Figure 2 Scatter plots showing correlation of (a) serum iron with RBP (r = 0.37), (b) serum ferritin with RBP (r = −0.05), (c) TIBC with RBP (r = −0.03), (d) transferrin saturation with RBP (r = 0.23).

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Table 4 Correlation of RBP level with iron profile

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  Discussion Top

Deficiency of iron and vitamin A are major public health problems in developing countries, especially affecting children, adolescents, pregnant women, and other females in reproductive age group. Vitamin A deficiency, itself, have also been emerging as a potential cause of iron deficiency, in previous years, as evident by various studies. This study was conducted to assess vitamin A status in patients of IDA and to observe correlation between vitamin A stores and serum biomarkers of iron metabolism in such patients. Eighty patients were enrolled in study with a range of 16 to 62 years and mean age of 31.14 ± 11.33 years. Maximum number of patients (62.4%) were in the age group of 20 to 40 years. Female to male patient ratio was 2.2:1. Higher number of female patients in study is associated with higher prevalence of IDA and VAD in them.[18] All patients had anemia with mean hemoglobin 7.19 ± 2.08 gm/dL. Seventy four patients (94.81%) had low RBC indices with microcytosis and hypochromia. All patients had low values of all serum iron biomarkers except for TIBC, which was elevated in only 74 (94.81%) patients. Sixty six patients had symptoms of IDA, among which, weakness was most common in 30 (37.5%) patients. Pallor was most common sign, present in 69(86.2%) patients.

Mean RBP level in patients was 1.04 ± 0.51 µmol/L. Nineteen (23.8%) out of 80 IDA patients were vitamin A deficient (serum retinol binding protein <0.7 µmol/L). Maximum number of retinol deficient patients, 12 (63.2%) were in 21 to 40 years. Among these, 12 were symptomatic, with dry eye being most common symptom, in 9 (47.3%) patients. Conjunctival xerosis, seen in 10 (52.6%) patients, was most common sign, followed by corneal xerosis. Prevalence of vitamin A deficiency in the study is comparable with the study by Saraiva et al.[19] However, prevalence of vitamin A deficiency is variable in various other studies, based on variations in geographic areas, nutritional status, dietary habits, and age group of study patients.[20],[21],[22],[23],[24]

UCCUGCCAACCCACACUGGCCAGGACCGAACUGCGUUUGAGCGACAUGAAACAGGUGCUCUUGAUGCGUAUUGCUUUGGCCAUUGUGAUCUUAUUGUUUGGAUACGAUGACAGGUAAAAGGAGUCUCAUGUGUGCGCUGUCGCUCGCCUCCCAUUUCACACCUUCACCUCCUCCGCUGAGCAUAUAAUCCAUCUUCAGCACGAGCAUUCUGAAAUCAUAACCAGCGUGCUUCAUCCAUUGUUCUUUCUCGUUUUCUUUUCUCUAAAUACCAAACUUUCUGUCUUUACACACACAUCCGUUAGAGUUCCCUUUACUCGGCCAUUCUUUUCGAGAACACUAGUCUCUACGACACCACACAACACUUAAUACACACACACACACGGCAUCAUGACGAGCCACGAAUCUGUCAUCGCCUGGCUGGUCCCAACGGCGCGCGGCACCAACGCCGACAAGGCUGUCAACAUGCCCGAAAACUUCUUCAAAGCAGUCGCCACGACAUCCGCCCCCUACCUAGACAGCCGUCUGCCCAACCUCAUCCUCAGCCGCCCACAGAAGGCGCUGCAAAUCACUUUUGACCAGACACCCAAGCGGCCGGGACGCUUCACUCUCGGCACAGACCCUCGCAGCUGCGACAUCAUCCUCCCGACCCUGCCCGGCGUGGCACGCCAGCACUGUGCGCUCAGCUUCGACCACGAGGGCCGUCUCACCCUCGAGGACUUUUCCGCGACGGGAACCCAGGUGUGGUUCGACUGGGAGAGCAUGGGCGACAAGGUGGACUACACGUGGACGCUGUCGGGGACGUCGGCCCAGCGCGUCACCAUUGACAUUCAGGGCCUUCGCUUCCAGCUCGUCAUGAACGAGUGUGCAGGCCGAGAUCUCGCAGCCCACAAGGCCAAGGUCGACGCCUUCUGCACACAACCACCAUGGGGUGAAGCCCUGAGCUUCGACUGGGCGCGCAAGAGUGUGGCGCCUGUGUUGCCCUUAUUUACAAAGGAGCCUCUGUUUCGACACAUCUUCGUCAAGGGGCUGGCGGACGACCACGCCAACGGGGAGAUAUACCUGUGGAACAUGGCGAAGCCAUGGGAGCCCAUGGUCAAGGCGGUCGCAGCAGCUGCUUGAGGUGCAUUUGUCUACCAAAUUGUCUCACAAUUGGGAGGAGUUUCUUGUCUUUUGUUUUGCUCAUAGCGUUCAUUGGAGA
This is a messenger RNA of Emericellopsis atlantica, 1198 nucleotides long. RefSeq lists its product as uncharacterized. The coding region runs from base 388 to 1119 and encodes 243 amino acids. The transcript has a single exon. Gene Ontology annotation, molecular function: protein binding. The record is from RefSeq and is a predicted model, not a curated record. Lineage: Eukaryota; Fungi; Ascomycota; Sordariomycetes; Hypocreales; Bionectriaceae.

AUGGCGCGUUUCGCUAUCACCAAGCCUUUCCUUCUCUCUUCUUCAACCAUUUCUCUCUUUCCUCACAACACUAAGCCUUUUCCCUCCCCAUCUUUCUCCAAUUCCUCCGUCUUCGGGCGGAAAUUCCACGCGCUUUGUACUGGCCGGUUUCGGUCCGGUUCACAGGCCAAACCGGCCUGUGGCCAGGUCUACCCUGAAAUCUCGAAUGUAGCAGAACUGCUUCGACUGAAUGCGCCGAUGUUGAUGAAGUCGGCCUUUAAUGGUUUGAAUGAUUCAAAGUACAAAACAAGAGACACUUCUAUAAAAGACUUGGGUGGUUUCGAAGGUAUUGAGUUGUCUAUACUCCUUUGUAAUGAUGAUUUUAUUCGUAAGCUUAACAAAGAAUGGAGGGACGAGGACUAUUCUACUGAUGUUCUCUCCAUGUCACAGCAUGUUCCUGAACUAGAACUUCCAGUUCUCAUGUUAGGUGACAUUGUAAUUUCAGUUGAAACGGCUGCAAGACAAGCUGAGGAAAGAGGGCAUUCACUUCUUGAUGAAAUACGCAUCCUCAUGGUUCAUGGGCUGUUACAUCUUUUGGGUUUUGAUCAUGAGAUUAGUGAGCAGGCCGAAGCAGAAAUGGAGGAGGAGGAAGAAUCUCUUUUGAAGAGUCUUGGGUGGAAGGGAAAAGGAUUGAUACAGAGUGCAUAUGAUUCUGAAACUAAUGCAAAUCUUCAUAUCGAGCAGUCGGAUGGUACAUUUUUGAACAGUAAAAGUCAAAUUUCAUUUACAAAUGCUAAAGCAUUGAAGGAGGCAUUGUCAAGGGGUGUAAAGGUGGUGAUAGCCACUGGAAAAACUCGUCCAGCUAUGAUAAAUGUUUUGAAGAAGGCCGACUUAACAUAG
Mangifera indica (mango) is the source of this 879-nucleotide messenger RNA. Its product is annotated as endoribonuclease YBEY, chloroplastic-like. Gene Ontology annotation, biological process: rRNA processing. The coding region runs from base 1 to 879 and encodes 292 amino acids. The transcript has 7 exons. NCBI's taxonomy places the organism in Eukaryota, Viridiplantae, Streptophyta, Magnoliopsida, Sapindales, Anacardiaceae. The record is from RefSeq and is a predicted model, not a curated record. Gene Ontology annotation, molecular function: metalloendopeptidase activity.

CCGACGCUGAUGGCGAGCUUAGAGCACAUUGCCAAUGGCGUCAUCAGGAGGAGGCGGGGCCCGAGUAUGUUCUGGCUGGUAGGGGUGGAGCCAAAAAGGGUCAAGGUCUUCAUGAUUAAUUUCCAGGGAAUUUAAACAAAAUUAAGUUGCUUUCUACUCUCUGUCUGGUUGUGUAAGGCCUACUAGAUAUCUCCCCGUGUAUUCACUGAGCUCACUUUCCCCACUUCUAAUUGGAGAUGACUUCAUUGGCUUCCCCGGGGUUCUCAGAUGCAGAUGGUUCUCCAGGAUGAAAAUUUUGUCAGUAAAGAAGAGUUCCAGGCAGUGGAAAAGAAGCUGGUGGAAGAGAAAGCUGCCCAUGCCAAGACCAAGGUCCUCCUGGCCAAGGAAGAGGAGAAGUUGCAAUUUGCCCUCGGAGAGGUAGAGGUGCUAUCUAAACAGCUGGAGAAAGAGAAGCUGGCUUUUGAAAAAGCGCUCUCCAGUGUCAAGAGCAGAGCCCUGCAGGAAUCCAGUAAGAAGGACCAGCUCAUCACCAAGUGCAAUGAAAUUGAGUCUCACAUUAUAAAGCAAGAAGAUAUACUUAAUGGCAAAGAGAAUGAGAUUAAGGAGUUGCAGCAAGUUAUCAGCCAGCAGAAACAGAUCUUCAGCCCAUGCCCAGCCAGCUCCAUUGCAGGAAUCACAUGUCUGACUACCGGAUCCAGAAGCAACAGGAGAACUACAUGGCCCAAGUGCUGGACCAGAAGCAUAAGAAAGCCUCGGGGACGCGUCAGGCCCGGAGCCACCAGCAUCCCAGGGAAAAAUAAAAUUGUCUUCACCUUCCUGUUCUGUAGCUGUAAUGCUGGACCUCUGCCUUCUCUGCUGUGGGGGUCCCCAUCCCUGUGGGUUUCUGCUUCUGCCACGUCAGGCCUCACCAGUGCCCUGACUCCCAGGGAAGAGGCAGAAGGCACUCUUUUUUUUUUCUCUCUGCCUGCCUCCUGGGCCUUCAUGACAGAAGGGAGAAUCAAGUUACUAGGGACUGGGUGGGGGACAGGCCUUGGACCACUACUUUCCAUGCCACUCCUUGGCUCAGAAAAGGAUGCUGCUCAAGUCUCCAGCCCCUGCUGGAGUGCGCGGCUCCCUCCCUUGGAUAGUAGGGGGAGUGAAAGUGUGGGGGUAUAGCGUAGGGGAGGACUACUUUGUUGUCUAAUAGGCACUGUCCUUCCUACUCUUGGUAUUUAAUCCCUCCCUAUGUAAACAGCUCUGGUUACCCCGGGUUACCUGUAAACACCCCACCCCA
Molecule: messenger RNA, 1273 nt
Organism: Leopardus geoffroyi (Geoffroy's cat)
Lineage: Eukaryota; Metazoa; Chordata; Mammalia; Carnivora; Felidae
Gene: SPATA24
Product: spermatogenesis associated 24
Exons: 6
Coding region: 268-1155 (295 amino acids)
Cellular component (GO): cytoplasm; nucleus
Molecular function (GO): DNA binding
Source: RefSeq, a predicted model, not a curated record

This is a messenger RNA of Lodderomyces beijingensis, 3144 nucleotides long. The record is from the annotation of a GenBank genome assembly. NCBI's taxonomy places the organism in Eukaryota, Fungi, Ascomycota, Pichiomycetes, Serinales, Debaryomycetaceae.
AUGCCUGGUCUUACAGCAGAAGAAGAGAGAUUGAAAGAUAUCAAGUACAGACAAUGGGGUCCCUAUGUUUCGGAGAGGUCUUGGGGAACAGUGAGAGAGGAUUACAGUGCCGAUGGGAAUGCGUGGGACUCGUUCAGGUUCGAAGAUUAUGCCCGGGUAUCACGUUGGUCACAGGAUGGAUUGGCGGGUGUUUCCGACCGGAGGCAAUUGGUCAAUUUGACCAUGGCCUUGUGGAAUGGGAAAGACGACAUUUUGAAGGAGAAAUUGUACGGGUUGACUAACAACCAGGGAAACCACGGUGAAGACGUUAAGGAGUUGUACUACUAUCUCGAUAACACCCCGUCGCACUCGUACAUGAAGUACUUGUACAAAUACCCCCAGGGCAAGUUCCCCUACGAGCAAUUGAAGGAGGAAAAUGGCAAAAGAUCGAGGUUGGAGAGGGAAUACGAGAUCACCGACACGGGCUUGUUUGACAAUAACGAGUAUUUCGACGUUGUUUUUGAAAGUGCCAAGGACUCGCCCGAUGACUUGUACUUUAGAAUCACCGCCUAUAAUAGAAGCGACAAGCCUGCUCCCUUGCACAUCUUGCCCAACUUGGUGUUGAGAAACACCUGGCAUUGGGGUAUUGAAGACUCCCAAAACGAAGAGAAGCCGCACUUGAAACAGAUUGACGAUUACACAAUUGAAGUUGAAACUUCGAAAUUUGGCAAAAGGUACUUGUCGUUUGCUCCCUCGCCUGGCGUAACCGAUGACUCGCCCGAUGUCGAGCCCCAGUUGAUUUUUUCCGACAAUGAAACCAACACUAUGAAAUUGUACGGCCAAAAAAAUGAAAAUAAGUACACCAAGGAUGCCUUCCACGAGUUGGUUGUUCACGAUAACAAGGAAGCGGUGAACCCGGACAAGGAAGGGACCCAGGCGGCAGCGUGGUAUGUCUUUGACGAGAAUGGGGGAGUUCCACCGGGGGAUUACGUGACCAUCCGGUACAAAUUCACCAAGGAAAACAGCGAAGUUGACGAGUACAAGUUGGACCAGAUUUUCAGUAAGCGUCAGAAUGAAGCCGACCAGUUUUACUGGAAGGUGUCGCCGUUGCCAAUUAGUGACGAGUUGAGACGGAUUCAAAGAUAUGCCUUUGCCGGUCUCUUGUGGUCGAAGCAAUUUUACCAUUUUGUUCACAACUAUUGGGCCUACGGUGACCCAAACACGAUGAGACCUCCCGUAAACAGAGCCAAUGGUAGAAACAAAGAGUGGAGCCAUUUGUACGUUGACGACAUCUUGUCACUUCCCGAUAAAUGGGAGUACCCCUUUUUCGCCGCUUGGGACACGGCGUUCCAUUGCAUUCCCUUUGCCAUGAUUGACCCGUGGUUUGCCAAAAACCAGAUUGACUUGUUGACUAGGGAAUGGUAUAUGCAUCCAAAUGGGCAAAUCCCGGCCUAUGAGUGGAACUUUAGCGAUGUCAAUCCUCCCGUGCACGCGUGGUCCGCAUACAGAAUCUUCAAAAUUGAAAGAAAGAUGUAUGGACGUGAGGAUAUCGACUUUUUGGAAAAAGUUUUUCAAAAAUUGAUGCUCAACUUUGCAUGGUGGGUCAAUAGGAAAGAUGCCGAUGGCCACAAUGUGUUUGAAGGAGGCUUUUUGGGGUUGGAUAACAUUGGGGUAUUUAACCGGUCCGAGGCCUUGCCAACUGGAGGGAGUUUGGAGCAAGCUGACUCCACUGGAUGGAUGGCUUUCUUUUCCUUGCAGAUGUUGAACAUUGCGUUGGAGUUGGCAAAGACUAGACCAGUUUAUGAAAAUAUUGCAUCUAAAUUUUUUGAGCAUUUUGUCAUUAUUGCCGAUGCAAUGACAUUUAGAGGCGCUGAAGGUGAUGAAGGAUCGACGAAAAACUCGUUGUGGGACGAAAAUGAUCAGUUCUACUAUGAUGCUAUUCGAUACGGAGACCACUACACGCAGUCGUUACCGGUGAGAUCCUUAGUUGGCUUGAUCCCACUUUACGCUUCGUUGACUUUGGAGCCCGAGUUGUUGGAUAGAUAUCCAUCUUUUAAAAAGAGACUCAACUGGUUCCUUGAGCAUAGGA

In our study, plasma RBP level was positively correlated with serum iron and transferrin saturation, whereas it was negatively correlated with serum ferritin and TIBC. Patients who were retinol deficient had lower serum iron and transferrin saturation but elevated serum ferritin and TIBC level, compared to remaining patients with normal vitamin A level. Similar correlation was also seen in various observational studies conducted on patients of different age groups and pregnant females also. Further, various clinical trials and interventional studies have also shown similar correlation and improvement in serum iron and decrease in serum ferritin levels with vitamin A supplementation.[19],[23],[25],[26],[27],[28],[29],[30] This correlation seen in this study is further supportive of the hypothesis that vitamin A deficiency is associated with abnormal trapping of iron in form of ferritin, impaired erythropoiesis, and impaired utilization of iron by erythroblasts in bone marrow. Correlation of vitamin A with serum iron and serum ferritin seen in this study is also evidence towards possible role of vitamin A supplementation in the treatment of iron-deficiency anemia.

Our study had some limitations too. Small sample size being one. Also, effects of vitamin A supplementation on biochemical markers of iron deficiency were not studied.

  Conclusion Top

Iron and vitamin A are two very essential nutrients, needed for a healthy living. Deficiency of these two is seen in all age groups, with predominant distribution in younger population including pregnant females. Deficient patients have variety of symptoms with severe forms including blindness, preterm labor, growth retardation, etc. However, availability of oral supplements of iron and vitamin A helps in treating deficient patients, before they develop irreversible and disabling complications. Vitamin A deficiency is found to be associated with iron deficiency, which makes it necessary to study their inter-relationship, for better management of deficient patients. From this study, we can conclude that vitamin A deficiency affects iron metabolism, causing abnormal iron trapping and systemic iron deficiency, thus worsening clinical profile in IDA. So, from this, we can recommend routine screening of vitamin A status in patients of iron deficiency, so that, such patients can be treated efficiently.

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Conflicts of interest

The authors report no conflicts of interest.

  References Top

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  [Figure 1], [Figure 2]

  [Table 1], [Table 2], [Table 3], [Table 4]